David Stern Talks All Things NBA, Including Addressing Team Owners About Too Much Player Resting

April 23, 2013 – 8:15 am by Eric Schmoldt

This is David Stern’s final postseason as NBA commissioner, but he’s not necessarily viewing it as his last postseason ever. He knows it won’t be that way, and says he’ll still be involved in keeping the league great. To that tone, in this interview he discusses the biggest topics in the league as the NBA Playoffs are under way and some of the big-ticket items to come in the offseason.

David Stern joined ESPN New York with Ryan Ruocco and Stephen A. Smith to discuss what his final postseason as commissioner will be like, all the storylines the Lakers have brought us, the resurgence of the Knicks, Michael Jordan’s struggles in Charlotte, the Kings’ potential move, the buzz in New York City surrounding the NBA right now, if he’d like to see Phil Jackson back in the NBA and teams resting star players.

Has it hit you that this is your last postseason as commissioner?:

“It doesn’t, because I don’t consider, like, if I go to a playoff game next year, that’ll be my next postseason. I just won’t be commissioner, that’s all. I’m still going to be a fan and I’m still going to be deeply committed to the growth and success of the NBA. … It’s going to be a whole new opportunity for me to experience the game in a different way.”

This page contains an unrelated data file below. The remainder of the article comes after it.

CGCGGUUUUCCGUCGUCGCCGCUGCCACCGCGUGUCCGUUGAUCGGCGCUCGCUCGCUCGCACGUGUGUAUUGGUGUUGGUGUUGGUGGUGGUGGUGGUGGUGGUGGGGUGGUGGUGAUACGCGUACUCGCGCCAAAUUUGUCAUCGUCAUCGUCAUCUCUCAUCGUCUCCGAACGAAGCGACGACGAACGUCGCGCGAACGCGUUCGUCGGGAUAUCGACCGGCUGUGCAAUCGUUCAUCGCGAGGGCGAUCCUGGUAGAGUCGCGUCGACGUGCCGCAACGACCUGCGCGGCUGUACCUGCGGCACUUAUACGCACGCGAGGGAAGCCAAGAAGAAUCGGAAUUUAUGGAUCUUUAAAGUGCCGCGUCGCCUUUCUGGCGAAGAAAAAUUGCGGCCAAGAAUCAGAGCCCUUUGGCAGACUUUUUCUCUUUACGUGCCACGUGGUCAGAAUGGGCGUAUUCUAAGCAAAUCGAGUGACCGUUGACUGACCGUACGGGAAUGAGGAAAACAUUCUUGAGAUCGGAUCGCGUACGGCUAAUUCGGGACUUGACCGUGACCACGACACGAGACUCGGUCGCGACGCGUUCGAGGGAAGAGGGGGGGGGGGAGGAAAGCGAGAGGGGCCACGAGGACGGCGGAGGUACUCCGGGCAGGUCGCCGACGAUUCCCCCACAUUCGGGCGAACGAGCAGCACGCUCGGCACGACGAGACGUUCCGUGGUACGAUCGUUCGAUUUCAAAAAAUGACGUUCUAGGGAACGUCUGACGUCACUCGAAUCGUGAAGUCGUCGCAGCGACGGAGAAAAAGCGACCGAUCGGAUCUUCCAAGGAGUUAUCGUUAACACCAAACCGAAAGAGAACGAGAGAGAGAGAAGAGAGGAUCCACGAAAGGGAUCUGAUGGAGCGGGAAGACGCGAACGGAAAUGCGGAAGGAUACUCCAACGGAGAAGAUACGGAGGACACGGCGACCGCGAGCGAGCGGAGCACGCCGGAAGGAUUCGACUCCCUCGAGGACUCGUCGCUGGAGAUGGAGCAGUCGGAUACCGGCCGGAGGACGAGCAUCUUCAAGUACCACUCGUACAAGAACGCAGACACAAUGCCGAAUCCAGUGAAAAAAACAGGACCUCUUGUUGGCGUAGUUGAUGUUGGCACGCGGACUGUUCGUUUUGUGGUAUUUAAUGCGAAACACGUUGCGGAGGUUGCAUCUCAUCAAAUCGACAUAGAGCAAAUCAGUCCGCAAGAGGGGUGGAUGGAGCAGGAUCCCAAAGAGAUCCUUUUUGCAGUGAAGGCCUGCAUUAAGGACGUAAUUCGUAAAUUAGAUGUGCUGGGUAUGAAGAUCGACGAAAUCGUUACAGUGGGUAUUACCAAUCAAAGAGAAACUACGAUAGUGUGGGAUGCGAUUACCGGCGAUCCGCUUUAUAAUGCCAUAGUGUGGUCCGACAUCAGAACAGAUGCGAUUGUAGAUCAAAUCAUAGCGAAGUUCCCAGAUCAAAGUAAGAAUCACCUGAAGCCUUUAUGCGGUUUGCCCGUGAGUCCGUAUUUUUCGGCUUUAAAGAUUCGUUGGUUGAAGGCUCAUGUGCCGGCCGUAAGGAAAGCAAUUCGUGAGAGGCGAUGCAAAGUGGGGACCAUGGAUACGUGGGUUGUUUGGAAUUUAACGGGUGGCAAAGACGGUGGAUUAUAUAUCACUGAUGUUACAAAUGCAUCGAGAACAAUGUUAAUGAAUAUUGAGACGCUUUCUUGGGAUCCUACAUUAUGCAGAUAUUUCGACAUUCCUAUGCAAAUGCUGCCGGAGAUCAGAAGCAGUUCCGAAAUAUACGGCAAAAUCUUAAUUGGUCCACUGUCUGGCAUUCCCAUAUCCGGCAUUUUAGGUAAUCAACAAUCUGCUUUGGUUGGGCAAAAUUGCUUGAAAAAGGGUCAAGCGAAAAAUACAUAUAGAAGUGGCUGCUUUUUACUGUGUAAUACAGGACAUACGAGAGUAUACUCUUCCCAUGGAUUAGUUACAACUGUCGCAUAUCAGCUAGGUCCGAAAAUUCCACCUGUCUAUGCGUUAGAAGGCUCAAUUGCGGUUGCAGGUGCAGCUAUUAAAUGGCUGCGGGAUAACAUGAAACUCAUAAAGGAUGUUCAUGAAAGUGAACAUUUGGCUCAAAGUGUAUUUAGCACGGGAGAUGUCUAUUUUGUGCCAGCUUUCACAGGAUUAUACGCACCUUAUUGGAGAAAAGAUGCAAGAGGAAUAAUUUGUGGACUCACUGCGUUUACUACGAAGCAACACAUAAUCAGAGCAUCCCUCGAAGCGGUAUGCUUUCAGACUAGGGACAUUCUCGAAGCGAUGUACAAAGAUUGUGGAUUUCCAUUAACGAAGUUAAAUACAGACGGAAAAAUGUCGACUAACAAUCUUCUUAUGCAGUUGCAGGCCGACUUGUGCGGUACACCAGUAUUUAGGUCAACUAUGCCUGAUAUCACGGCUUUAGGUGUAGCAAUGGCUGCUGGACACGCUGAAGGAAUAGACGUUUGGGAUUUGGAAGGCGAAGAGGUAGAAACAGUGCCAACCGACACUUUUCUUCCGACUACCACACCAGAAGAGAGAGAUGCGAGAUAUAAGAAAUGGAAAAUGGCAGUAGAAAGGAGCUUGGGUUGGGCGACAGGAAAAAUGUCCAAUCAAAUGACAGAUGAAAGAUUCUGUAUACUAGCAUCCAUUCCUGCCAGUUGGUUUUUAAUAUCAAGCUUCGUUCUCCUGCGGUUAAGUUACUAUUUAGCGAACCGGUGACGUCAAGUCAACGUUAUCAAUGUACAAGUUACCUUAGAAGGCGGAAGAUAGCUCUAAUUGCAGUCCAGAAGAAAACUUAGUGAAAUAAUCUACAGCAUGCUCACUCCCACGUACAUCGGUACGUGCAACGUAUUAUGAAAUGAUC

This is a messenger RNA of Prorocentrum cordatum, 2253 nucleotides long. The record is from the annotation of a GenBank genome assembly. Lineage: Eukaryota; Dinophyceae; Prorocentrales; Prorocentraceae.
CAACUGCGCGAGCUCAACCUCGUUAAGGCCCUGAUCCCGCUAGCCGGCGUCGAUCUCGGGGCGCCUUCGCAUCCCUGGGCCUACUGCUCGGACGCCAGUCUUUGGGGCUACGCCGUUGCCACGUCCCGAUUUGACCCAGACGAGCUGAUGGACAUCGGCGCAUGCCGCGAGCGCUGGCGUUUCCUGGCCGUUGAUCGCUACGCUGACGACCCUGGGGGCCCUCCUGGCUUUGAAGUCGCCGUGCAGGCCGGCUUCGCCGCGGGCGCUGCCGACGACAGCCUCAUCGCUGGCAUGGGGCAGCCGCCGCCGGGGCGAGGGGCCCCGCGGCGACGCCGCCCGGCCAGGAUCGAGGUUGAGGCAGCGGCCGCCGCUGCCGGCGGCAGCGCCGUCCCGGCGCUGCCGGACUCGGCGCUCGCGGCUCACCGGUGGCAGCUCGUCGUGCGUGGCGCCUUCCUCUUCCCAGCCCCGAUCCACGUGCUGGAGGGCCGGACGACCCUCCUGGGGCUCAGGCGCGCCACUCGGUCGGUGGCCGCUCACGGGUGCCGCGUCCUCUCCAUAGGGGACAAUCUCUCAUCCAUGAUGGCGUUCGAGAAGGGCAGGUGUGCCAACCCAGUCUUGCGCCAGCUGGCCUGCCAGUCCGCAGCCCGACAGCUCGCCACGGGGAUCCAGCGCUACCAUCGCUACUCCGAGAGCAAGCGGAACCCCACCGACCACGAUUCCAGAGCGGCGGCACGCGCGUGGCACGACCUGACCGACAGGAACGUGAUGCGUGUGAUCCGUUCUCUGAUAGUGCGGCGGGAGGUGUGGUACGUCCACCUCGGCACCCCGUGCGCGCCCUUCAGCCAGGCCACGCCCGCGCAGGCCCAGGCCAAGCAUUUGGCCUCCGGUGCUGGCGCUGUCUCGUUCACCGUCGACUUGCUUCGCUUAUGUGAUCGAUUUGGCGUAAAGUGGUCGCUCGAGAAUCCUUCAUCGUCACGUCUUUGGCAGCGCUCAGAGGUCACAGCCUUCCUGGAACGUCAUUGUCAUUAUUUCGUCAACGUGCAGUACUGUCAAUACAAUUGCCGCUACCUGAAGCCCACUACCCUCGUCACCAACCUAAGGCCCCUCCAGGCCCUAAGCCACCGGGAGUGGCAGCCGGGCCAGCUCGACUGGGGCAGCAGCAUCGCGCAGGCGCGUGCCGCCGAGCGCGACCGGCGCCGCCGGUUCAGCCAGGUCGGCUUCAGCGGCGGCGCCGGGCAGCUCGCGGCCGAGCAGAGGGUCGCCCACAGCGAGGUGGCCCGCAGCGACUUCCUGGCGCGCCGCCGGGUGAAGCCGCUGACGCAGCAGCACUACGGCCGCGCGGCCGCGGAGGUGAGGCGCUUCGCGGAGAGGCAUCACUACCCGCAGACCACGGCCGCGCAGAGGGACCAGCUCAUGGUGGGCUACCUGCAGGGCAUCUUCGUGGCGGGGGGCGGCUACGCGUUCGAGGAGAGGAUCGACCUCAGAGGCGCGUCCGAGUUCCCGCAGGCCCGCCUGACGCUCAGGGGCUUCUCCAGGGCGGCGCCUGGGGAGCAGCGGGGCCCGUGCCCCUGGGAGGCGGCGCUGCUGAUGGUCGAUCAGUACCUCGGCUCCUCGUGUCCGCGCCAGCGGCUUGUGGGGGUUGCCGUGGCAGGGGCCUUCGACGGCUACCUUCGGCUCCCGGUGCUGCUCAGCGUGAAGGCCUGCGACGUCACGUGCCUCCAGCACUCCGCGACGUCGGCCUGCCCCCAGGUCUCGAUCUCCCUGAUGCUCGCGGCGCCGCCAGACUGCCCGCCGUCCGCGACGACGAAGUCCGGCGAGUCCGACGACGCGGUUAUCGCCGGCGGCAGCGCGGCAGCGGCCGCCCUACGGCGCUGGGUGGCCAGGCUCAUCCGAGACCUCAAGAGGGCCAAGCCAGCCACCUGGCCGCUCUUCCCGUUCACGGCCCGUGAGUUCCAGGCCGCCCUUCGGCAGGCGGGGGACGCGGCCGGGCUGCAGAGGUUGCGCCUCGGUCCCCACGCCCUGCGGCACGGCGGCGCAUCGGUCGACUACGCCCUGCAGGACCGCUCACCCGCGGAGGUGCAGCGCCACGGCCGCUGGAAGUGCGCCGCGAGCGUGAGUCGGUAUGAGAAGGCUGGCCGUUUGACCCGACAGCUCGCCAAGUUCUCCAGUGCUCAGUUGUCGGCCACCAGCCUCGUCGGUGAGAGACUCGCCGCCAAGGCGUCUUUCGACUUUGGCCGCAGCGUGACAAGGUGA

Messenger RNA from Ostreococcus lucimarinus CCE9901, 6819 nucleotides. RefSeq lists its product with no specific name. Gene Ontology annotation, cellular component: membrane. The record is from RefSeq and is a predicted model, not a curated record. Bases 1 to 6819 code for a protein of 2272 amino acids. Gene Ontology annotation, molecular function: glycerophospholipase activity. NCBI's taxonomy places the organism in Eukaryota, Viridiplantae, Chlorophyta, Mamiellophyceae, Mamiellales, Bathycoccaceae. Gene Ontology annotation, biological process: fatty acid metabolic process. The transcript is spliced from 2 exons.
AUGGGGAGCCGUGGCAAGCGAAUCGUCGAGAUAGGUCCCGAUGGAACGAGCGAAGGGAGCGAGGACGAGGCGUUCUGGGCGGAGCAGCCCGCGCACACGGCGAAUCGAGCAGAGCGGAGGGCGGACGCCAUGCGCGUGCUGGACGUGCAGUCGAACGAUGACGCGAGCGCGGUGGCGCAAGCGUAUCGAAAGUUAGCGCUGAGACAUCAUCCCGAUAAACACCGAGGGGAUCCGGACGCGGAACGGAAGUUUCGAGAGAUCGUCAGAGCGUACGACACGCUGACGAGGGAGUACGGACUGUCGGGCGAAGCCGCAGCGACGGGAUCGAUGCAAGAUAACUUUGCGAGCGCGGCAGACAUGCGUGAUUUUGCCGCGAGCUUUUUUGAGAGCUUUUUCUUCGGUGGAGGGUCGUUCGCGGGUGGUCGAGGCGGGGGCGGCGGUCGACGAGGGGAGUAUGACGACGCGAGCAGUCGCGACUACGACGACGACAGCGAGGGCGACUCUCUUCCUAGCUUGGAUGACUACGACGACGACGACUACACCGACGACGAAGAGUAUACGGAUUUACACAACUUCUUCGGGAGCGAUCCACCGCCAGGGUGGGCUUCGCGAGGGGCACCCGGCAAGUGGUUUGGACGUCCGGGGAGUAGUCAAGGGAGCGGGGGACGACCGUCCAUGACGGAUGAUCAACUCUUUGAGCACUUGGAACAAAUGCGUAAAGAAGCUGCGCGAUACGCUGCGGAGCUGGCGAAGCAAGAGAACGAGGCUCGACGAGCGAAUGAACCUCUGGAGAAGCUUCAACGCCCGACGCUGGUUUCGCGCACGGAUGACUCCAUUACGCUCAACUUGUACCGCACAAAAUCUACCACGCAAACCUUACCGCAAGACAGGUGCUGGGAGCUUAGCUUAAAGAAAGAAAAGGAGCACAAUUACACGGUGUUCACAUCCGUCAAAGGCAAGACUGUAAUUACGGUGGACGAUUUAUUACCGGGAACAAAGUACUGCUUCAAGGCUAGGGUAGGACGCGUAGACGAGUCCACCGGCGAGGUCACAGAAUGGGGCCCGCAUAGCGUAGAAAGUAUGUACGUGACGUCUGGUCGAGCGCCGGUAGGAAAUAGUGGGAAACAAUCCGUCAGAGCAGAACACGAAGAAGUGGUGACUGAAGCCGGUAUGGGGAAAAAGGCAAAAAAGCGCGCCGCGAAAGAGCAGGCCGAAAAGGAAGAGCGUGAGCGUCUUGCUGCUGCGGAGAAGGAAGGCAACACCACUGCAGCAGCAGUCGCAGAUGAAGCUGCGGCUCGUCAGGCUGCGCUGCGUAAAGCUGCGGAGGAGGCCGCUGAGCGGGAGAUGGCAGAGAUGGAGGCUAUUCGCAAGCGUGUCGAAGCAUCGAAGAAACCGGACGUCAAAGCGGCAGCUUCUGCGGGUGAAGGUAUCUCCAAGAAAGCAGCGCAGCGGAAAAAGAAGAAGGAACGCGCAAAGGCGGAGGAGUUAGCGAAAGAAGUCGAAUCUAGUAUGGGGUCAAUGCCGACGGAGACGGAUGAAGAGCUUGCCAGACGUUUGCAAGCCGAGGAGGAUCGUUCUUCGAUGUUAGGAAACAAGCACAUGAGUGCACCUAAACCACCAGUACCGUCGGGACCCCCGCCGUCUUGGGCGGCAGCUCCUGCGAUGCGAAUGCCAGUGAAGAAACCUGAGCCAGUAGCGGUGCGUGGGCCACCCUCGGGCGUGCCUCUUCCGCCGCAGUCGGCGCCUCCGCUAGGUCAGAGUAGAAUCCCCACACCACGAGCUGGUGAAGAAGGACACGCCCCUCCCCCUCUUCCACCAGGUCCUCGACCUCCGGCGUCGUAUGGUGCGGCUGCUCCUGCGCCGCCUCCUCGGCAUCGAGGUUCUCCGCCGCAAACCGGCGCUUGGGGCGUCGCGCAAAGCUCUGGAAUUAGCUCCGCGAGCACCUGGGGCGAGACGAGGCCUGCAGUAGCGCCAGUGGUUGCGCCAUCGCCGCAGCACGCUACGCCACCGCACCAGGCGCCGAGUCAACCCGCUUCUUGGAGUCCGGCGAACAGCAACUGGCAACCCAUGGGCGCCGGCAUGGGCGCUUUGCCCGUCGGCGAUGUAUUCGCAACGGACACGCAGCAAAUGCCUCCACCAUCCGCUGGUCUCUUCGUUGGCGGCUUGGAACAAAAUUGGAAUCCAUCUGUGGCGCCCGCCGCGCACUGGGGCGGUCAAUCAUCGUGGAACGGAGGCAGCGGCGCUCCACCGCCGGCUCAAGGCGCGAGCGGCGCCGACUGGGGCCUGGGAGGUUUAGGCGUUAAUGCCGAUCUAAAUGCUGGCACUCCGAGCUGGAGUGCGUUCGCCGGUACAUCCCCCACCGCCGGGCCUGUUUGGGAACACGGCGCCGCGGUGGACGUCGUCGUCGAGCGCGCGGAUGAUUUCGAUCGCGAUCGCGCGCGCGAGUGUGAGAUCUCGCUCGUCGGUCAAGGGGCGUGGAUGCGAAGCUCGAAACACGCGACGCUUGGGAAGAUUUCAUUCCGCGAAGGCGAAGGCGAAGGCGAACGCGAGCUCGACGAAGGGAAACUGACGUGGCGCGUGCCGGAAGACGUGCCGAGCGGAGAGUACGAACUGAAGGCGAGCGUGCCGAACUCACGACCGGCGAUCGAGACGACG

What did you think about Kobe Bryant live-tweeting the Lakers’ first playoff game?:

“I’ll bet you, I’m guessing, that maybe his teammates didn’t appreciate it. But I don’t know. It’s just a guess. … Go ahead and tweet. That’s what it’s for. We’re one big community. I think it’s great.”

What are your feelings on all the storylines that have come from the L.A. Lakers this year?:

“I’m sort of half-fan, and I’m rooting for Nash to get better. I’m astounded by World Peace’s quick recovery. I’m hoping that Dwight Howard finds happiness and Pau feels respected, and most of all, I’m marveling at Kobe’s abilities, at the age of 34, to seemingly improve his game. … And when you mix them all together, my goodness gracious, you’ve got some mix. Throw in a couple of coaching changes, and you’ve really got something that’s occupying the attention of all L.A. sports fans.”

What has the resurgence of the Knicks meant for the NBA?:

“I have a real attitude on that one. What it’s done is, because all towns are small, what it’s done is the very small town of New York City, people think that God is in his heaven and all is right with the world because the Knicks are winning, and therefore the NBA must really be so thankful. Obviously we think it’s great when any team rewards its fans with wins … but the reality is that when you’re at the sort of media capital of the world, where so many people get their impression about the NBA, it makes us a little bit easier for us. But we’ve been having a great run … and the Knicks haven’t been so much a part of that for the last couple years.”

On Michael Jordan and the struggles in Charlotte:

“I have no doubt that Michael, who is a smart businessman and good manager and, I think, a good judge of talent, he’ll do fine. It’s just not as easy as people think it is to get going in this league if you inherit a bad situation.”